Get your body close to the table before hitting the ball. It would be best if you retracted your forearm as well. During the forward push of the forearm, the wrist movement should not be too large. The key is to block inappropriate time.


Loopers tend to be aggressive, so you must show the same aggressiveness. Make sure to work the middle instead of the sides to keep them away from their strengths.

They stand very close to the table and exert the opponent’s power from the return shot to hit back the ball. The return speed is fast. The stability of the push is also very high.

If you chop the ball a little higher, they will be flick and drive close to the table if you try to give them long balls or change the drop points.

Suppose you need to play faster and more stable than them, or else you will be beaten up. But once they retreat to mid or far from the table, their weaknesses are exposed (such as a weak backhand or problem with the arc).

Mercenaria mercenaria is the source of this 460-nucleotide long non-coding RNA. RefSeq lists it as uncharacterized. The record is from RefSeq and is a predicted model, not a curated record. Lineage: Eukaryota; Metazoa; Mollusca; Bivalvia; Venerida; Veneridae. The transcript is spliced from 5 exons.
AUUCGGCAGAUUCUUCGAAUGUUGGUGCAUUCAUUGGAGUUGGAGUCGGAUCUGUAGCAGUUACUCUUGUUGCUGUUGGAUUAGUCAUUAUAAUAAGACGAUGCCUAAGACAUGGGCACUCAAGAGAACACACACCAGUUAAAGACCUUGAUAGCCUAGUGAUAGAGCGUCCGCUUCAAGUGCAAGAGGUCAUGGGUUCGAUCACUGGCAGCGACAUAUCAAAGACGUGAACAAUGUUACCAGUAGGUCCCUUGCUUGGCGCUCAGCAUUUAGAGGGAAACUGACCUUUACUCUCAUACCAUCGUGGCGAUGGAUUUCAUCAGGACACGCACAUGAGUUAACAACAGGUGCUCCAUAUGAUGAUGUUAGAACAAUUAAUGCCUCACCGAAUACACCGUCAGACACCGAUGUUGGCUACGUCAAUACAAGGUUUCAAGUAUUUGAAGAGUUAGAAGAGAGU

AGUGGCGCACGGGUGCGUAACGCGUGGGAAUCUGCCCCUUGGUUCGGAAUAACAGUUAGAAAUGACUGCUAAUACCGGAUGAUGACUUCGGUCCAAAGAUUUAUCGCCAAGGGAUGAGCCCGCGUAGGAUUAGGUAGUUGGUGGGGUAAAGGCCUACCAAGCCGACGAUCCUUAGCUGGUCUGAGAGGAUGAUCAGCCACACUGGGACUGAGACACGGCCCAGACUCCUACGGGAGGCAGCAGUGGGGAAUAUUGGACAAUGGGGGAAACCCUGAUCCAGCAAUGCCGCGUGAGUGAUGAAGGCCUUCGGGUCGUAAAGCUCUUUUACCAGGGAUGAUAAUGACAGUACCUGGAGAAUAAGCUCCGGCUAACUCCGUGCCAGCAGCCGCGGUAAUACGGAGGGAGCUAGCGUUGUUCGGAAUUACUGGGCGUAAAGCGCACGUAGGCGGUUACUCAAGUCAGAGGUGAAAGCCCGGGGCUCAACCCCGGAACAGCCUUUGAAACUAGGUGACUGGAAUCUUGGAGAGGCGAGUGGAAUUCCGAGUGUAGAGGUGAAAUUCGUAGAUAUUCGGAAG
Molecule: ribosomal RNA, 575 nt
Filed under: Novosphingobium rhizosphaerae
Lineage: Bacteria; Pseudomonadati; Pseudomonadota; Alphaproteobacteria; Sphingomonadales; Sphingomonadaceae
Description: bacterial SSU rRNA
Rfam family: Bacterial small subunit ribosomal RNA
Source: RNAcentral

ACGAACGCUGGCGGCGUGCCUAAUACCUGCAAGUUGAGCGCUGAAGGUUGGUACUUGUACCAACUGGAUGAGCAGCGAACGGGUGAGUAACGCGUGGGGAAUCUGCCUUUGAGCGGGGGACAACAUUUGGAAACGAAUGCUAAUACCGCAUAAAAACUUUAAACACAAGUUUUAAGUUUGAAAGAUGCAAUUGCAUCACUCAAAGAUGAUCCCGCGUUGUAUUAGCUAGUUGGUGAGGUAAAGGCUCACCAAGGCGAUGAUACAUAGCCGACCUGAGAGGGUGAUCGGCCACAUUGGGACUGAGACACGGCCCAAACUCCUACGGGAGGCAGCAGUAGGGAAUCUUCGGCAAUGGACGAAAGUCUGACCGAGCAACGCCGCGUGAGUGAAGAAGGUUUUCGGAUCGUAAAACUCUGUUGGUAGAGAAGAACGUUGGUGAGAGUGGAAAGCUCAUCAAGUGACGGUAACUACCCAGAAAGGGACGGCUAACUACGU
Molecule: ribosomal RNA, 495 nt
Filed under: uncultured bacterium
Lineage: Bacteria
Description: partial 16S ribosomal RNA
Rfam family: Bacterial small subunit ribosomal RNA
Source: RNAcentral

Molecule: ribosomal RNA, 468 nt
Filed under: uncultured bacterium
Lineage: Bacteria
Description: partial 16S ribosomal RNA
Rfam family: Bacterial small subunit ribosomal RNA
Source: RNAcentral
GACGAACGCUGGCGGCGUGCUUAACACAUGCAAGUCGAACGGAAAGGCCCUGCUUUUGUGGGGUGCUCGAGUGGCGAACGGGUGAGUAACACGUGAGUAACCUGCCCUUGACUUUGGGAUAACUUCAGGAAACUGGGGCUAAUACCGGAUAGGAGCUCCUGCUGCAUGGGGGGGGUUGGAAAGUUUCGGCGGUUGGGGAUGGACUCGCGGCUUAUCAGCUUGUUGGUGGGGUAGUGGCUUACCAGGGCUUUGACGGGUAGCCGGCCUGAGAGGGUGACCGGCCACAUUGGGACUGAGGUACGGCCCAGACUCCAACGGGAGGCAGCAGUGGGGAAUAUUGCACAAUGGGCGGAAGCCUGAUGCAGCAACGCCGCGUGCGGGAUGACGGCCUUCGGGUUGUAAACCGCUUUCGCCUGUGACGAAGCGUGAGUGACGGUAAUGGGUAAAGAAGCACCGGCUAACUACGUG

If you make a backspin, they will flick the ball and compete with you on the loop. This playing style can’t beat the professional players, but it can beat many amateur players.


Penholders will almost always work from their forehand. You would think that by playing the ball towards their backhand, they wouldn’t be able to hit it, but think again. Their footwork allows them to get into position. Focus on moving the ball by playing the ball wide, preferably to their backhand. Alternate what spots you’re aiming towards to keep them off balance.

Knowing what kind of player you’re facing is crucial. I hope this summary of the different styles of table tennis players will help you.

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Warren Davies